Arthritis of the shoulder is much less common than arthritis of the knee or hip. When evaluating patients with shoulder arthritis the first consideration is the condition of the rotator cuff. This is a group of tendons that envelop the ball of the shoulder joint and is necessary for normal shoulder function. If there is evidence of a rotator cuff tear on physical exam or patients have had a previous rotator cuff repair, an MRI to fully evaluate the rotator cuff tendons is helpful. Depending on the integrity of the rotator cuff, one of two surgical options exist for treatment of shoulder arthritis.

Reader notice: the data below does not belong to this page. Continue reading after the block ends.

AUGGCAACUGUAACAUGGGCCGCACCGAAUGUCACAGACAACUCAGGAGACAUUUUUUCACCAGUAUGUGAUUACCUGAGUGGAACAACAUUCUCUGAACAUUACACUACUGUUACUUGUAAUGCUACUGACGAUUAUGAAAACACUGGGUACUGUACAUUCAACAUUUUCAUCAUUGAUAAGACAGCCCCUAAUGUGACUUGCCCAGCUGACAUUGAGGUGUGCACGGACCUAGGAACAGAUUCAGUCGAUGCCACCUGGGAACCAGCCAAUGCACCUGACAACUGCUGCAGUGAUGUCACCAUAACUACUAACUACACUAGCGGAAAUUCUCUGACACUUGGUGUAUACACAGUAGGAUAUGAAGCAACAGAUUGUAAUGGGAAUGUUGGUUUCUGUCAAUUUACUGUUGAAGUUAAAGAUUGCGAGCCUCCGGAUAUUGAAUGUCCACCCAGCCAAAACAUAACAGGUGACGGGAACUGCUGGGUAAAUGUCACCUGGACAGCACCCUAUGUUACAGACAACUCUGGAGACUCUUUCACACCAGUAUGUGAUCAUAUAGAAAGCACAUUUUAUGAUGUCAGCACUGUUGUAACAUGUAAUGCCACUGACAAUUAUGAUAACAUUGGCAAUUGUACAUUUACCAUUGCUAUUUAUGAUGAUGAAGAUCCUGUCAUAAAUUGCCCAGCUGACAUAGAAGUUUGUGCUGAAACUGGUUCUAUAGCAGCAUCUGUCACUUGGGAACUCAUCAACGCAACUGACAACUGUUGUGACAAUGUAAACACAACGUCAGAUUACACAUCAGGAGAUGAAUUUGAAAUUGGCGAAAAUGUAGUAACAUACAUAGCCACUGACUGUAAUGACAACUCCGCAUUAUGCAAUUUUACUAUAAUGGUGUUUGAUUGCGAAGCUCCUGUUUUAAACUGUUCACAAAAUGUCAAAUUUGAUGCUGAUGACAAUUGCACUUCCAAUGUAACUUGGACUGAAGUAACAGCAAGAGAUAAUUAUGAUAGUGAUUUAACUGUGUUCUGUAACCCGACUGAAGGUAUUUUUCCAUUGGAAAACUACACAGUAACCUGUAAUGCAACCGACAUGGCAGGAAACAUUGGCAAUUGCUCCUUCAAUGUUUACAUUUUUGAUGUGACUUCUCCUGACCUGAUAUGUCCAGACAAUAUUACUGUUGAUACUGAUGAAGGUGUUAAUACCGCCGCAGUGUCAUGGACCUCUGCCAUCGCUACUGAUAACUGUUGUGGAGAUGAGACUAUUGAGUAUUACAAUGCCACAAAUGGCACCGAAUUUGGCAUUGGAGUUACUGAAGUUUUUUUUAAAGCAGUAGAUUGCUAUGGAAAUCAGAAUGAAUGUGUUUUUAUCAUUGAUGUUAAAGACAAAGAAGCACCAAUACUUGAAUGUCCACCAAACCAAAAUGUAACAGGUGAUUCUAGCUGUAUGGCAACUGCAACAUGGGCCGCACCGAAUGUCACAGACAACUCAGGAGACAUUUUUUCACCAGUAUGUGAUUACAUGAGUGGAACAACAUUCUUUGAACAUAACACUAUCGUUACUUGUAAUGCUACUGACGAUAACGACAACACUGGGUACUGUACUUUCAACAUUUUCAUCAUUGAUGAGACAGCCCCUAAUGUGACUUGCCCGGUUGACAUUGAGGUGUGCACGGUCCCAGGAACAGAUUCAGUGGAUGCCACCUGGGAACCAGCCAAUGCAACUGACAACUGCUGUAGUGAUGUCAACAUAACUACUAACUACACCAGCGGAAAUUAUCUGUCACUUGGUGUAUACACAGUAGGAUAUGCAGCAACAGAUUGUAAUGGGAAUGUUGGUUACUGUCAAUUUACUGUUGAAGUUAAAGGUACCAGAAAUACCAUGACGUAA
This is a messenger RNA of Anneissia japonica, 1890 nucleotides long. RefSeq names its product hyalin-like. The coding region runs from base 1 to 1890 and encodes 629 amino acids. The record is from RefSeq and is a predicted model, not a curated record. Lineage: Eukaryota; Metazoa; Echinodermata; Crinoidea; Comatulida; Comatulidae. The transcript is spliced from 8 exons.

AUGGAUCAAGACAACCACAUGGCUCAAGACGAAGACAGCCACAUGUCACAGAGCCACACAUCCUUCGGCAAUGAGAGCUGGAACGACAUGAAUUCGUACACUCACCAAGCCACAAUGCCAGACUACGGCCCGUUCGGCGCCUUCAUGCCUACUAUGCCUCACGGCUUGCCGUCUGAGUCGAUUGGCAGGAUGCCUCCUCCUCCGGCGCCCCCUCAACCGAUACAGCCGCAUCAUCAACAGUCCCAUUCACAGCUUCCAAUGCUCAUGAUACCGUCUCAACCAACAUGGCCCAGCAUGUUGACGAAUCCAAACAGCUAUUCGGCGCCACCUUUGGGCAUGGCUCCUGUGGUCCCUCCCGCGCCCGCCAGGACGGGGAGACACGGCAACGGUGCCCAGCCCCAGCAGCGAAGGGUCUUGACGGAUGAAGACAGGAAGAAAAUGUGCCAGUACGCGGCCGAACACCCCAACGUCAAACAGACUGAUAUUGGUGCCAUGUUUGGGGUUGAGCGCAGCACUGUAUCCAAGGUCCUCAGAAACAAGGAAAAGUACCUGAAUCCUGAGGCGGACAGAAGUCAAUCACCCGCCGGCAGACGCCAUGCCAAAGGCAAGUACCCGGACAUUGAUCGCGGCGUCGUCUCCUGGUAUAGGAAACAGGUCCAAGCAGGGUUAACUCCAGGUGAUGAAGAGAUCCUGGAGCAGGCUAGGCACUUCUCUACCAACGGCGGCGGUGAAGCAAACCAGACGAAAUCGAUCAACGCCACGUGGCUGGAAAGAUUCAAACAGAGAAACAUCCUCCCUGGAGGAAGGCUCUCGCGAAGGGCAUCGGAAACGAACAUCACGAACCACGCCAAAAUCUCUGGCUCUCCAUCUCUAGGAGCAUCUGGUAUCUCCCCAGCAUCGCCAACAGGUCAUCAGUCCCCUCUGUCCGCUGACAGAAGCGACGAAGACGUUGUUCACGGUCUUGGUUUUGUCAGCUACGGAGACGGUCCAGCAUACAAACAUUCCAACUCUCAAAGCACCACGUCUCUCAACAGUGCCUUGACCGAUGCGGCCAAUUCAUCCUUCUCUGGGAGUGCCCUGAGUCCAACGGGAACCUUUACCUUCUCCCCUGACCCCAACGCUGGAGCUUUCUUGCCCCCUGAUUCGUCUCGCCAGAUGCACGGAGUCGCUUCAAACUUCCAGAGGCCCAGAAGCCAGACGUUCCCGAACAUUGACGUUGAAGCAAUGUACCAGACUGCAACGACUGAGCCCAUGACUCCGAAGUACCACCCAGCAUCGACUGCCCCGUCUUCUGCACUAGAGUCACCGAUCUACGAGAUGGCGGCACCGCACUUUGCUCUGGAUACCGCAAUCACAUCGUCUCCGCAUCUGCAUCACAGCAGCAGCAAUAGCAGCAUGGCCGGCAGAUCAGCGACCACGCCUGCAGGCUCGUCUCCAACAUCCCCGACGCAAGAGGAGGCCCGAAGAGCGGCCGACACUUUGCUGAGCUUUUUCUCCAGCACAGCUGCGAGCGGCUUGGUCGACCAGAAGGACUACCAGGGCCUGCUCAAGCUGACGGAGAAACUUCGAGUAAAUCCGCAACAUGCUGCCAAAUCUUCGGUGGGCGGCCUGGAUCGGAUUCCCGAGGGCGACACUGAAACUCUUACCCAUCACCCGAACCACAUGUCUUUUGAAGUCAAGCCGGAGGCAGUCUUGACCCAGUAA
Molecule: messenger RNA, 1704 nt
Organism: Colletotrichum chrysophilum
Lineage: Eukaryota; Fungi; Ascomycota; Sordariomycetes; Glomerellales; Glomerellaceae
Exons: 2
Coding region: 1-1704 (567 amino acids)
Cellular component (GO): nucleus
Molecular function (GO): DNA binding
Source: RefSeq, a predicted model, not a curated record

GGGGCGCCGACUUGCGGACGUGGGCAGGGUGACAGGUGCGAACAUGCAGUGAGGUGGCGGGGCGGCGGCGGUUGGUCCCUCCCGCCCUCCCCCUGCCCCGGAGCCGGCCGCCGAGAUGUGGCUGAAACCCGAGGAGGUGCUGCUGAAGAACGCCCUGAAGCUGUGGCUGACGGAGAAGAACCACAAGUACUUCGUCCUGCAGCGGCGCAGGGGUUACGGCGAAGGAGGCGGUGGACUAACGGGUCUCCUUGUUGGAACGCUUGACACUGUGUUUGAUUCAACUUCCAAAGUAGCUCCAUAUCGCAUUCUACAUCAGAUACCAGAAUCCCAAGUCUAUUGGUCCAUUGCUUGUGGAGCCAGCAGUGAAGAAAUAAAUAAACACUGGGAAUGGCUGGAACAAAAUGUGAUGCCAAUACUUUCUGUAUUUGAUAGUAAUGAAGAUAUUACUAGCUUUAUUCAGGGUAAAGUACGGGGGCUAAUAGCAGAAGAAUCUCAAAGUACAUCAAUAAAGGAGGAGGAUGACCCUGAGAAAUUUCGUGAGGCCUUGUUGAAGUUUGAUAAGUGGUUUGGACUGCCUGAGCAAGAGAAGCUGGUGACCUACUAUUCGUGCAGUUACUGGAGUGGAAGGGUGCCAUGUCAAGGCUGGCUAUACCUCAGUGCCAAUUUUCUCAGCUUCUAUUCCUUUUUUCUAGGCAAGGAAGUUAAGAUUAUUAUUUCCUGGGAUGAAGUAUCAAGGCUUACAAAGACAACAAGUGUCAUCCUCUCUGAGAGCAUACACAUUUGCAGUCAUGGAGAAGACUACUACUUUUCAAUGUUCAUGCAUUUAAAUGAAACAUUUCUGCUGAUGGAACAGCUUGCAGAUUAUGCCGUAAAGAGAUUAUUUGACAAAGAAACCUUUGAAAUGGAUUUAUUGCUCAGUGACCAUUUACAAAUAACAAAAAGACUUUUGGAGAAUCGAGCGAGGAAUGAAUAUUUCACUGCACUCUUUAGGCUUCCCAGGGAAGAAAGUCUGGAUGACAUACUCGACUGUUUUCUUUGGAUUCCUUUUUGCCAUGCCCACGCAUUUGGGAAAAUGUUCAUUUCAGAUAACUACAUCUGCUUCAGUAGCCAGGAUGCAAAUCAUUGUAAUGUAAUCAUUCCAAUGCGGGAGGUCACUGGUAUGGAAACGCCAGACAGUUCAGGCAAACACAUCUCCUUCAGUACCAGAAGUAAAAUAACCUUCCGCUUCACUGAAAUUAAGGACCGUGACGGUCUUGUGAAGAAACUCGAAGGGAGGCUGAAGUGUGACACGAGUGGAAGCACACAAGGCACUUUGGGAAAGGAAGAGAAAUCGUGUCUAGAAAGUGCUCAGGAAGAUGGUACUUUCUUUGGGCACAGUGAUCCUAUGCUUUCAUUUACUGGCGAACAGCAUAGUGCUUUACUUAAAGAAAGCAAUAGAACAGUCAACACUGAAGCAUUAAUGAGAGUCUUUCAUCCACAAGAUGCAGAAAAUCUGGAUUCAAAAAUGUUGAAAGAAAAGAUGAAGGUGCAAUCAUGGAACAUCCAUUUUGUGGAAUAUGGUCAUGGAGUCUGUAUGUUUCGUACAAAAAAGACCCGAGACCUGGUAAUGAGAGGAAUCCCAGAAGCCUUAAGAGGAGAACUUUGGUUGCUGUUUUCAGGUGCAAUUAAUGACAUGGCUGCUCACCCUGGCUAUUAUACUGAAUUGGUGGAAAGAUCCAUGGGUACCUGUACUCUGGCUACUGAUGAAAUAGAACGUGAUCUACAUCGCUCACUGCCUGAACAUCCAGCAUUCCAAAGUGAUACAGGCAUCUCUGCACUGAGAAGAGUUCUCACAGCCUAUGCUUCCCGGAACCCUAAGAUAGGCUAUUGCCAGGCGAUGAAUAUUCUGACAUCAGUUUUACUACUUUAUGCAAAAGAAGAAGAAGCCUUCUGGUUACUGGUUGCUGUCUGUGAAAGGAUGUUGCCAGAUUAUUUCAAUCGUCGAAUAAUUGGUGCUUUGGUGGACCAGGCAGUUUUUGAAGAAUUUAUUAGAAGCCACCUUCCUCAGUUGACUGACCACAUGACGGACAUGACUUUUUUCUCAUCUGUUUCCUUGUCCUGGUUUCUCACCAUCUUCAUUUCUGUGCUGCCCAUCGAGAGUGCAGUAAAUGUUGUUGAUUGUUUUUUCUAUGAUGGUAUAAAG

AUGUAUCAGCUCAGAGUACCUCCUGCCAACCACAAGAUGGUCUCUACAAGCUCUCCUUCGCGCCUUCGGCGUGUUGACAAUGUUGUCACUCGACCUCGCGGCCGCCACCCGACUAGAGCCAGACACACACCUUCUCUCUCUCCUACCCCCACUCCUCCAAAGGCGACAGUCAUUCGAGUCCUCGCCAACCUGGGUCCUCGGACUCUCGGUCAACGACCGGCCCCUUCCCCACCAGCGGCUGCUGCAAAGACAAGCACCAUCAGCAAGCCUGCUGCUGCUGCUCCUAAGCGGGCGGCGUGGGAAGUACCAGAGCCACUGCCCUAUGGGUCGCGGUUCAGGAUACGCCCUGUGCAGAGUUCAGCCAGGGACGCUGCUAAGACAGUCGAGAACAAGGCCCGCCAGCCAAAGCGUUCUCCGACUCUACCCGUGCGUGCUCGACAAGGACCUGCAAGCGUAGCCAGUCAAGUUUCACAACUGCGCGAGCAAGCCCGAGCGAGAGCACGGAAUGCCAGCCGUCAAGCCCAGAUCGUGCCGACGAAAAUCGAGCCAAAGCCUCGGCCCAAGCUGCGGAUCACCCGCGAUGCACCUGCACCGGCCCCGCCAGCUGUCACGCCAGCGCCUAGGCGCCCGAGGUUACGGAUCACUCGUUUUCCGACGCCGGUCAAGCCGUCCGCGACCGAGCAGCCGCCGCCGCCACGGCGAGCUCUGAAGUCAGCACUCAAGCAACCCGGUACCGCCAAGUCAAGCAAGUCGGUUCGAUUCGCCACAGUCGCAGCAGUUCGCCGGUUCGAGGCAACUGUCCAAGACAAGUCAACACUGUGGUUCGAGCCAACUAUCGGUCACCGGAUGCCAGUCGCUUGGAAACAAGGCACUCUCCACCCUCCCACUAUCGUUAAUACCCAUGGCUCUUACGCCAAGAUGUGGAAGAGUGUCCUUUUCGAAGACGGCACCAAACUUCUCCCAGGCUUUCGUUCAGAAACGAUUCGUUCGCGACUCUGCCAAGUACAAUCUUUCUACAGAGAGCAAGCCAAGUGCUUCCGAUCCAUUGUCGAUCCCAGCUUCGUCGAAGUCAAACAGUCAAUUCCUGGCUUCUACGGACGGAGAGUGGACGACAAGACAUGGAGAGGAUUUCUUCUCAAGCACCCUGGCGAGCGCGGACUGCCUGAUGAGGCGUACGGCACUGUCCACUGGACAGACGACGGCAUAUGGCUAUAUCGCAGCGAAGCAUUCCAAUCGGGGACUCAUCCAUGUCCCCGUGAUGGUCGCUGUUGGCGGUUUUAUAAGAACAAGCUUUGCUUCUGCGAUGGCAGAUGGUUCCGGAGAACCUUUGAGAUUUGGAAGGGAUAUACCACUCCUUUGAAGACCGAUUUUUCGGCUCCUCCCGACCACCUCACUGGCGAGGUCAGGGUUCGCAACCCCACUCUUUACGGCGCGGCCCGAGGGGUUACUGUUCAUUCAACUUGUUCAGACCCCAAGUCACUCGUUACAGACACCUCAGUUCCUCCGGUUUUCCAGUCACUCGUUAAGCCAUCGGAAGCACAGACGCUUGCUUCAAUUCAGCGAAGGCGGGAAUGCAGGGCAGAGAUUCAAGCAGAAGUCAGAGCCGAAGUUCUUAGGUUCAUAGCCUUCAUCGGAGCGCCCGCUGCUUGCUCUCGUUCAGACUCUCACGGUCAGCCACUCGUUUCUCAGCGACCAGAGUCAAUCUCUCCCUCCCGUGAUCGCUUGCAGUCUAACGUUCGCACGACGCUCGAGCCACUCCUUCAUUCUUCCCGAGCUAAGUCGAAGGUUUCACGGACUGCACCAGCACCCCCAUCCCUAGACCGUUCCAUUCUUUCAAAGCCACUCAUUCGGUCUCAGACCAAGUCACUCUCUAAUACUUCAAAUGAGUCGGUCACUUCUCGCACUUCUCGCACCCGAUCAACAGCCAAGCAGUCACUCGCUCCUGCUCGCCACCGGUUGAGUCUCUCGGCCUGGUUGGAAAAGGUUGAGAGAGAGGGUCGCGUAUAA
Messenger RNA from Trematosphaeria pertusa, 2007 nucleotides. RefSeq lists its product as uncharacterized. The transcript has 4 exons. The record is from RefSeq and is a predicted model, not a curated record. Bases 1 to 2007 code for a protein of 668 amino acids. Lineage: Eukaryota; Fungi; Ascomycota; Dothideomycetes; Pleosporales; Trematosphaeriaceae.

Reverse shoulder arthroplasty is a challenging surgical procedure that is indicated in patients with shoulder arthritis and a concomitant large rotator cuff tear. Standard shoulder arthroplasty in these patients does not give good clinical results. The reverse shoulder arthroplasty involves placing the ball component on the glenoid (glenosphere) and the cup component on the humerus; this is opposite of the normal anatomy, hence the term “reverse shoulder”. The surgery is technically more difficult, but the in-hospital stay is roughly the same as for standard total shoulder replacement patients. Most patients have good relief of pain with this procedure, but the risk of complications is slightly higher and final functional outcome is not as good as a primary total shoulder arthroplasty.